Today, most of us think about Jamestown as the first successful English colony in America, and the fort where its first residents struggled to survive. However, this is just a part of the Jamestown story. This webinar, the third in AARP’s Virginia Treasures Series, examines the events starting in 1619 that brought the first documented Africans to Virginia and marked the beginning of slavery in English North America.
This webinar was presented on April 21, 2021, and introduced by Dorothy Ware, AARP Virginia Volunteer. The program was presented by Mark Summers, director of Public and Youth Programs at Historic Jamestown, and the public historian for the Jamestown Rediscovery Project. Over 200 AARP members and guests from around the country attended this virtual historic program.
Summers argues that in order to understand early Jamestown, you need to know that Jamestown was founded by England as a business by wealthy businessmen. This is key to understanding how slavery can happen when technically it is not legal. The businessmen formed the Virginia Company, and petitioned King James for a Charter to establish a colony in Virginia. They promised the King about 20 per cent of the profits. The colony was established in 1607 but was a failure during its first five years from 1607 t0 1612. During this time many of the colonists died of disease, starvation and incompetent leadership.
The fortune of Jamestown improved when John Rolfe introduced Spanish-seed tobacco into Virginia in 1611. Tobacco became an important cash crop and was making Virginia planters wealthy by 1619. Additionally, John Rolfe married Pocahontas, the daughter of the local Native American leader Powhatan which brought peace for the Jamestown settlement for a few years. In 1619, Jamestown created the first General Assembly as its governing institution.
In late August of 1619, the course of American history changed. A Man of War ship, the White Lion, from the Netherlands arrived off the coast of Hampton, Virginia bringing about 20 Africans who were purchased by Jamestown businessmen. A second ship, called the Treasurer, also brought a small number of Africans in 1619. Summers researched these transactions over a period of four years and concluded the ships were English and not Dutch, and were likely pirate vessels. Summers believes the origin of the ships was concealed from the English government to protect the colony’s business interests and not arouse suspicion over the first purchase of slaves in the colony. This was the beginning of two and a half centuries of slavery in North America.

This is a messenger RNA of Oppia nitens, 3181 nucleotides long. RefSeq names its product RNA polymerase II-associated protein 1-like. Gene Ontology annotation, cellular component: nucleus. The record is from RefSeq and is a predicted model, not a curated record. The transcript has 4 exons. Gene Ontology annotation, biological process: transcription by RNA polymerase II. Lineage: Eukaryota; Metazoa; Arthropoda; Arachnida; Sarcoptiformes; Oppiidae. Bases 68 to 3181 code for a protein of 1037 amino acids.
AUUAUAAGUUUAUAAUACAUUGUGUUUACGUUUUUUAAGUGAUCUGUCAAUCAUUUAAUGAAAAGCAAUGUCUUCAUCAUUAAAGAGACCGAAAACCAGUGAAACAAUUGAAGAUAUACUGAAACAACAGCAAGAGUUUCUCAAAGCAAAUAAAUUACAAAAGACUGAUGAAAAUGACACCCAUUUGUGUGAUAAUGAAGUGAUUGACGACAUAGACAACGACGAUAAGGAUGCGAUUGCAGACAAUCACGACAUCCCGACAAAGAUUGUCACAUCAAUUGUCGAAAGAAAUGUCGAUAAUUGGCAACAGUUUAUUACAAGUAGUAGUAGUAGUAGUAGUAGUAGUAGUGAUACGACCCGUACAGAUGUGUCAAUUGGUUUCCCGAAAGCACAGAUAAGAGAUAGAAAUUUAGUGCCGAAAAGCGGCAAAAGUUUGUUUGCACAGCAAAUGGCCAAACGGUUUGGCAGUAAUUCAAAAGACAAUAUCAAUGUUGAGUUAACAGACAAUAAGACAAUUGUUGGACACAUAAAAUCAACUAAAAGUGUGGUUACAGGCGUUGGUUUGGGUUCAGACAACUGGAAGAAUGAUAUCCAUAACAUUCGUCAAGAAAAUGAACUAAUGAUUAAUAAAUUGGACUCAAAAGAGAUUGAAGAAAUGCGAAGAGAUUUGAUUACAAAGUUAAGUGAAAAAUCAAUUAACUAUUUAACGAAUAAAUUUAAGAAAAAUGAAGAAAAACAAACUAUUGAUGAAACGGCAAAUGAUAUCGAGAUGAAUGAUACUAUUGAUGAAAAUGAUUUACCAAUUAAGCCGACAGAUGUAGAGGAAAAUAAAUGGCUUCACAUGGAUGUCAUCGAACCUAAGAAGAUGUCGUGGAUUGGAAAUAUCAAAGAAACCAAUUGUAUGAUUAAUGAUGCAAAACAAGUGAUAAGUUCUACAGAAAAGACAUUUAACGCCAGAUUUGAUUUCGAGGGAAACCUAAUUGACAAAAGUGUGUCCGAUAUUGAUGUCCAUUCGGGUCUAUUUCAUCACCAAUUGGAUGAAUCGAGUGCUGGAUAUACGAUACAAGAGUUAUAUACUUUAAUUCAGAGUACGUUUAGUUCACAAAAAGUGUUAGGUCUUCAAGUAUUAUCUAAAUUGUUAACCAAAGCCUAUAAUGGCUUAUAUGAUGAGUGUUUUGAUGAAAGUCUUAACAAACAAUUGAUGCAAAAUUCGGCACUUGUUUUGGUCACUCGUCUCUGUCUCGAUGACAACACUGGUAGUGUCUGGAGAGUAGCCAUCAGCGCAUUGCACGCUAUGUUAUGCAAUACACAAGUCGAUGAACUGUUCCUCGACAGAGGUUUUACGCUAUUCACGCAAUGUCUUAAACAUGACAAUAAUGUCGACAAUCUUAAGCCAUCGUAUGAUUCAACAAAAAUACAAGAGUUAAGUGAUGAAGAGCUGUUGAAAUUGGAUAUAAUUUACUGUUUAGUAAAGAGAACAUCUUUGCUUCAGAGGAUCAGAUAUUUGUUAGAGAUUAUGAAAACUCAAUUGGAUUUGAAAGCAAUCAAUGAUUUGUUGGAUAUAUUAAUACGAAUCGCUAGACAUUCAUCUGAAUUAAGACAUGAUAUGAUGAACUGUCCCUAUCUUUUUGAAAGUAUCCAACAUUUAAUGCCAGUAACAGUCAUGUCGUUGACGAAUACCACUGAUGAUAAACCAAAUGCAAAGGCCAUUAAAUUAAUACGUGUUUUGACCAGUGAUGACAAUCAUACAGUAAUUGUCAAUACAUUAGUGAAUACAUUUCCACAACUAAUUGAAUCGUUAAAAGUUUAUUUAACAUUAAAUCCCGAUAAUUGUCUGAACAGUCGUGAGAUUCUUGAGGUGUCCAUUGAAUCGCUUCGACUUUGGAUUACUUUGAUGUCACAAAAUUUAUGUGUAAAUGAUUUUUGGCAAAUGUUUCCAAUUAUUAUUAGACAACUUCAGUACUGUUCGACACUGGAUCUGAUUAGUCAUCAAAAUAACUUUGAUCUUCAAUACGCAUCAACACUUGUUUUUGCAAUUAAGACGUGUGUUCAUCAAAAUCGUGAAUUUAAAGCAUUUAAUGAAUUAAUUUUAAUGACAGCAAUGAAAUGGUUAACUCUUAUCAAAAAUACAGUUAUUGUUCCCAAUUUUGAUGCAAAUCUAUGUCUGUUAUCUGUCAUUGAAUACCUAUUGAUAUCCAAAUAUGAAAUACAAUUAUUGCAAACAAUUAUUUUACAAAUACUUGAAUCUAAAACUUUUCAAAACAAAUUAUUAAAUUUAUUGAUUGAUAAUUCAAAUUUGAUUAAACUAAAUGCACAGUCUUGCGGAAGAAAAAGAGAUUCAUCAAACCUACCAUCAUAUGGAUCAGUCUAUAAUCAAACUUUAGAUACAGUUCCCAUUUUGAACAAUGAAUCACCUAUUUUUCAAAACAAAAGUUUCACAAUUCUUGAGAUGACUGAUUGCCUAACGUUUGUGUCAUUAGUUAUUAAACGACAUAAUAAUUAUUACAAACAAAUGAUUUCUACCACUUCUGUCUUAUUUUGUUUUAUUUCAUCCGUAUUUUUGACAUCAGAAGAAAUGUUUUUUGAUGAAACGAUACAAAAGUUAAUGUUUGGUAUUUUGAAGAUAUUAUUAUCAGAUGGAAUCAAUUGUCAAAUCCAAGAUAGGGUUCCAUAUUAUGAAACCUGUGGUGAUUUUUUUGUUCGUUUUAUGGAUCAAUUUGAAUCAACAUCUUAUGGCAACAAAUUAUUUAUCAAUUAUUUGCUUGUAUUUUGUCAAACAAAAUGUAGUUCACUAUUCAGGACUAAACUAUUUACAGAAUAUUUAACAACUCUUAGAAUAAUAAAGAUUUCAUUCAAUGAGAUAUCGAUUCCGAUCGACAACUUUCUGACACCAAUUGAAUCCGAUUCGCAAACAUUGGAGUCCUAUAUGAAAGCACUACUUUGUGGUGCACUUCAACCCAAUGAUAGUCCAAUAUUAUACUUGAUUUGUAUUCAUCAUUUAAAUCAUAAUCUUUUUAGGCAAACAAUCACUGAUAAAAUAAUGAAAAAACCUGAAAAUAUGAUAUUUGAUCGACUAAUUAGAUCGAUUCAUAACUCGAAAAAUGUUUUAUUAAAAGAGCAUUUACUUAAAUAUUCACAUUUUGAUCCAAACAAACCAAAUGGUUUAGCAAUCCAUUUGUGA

Summers also researched the origin of the trans-Atlantic slave trade in Africa and concluded that the first Africans in Virginia came from the Ndongo Kingdom in what is modern Angola today. He traces the first shipment of African Angola slaves to the Spanish slave ship San Juan Bautista, which was overtaken by the White Lion, in a pirate action off the coast of Mexico. After arriving in Jamestown, they were placed in servitude in local homes and plantations.
Both slavery and indentured servitude grew quickly in Virginia to meet the demands of the plantation economy. The legal system, to support slavery developed slowly, and Summers has found no local laws passed before 1662 to support slavery. He relates that, in England, the common law was that no one could legally be a slave. However, in the Virginia colony, the governor and Governor’s Council established a “law of custom” that supported the needs of the colony. In 1662, Virginia planters introduced the first slave law to define slave status and prevent African freedom. Between 1680 and 1705, further laws were passed to segregate and separate white and black Virginians. Summers states that these measures allowed race-based slavery, with legal protection, to become the law. In 1691, marriage between white and black people became illegal in Virginia, and this remained the law until 1967.
Summers explains that the race separation in Virginia and the south was social rather than physical. For people who broke this culture, the result of violence was all too real. As a traveling school teacher, Summers relates how he saw that race separation has continued to this day. He offers that the solution is to have a dialogue where we all come to understand one another. And knowing where we came from, is the first step to getting better. He concludes that we can never solve race problems if we don’t know how they happened.
This story is provided by AARP Virginia. Visit the AARP Virginia page for more news, events, and programs affecting retirement, health care, and more.
Thursday, Jun 24, 2021 at 12:00pm Eastern Time
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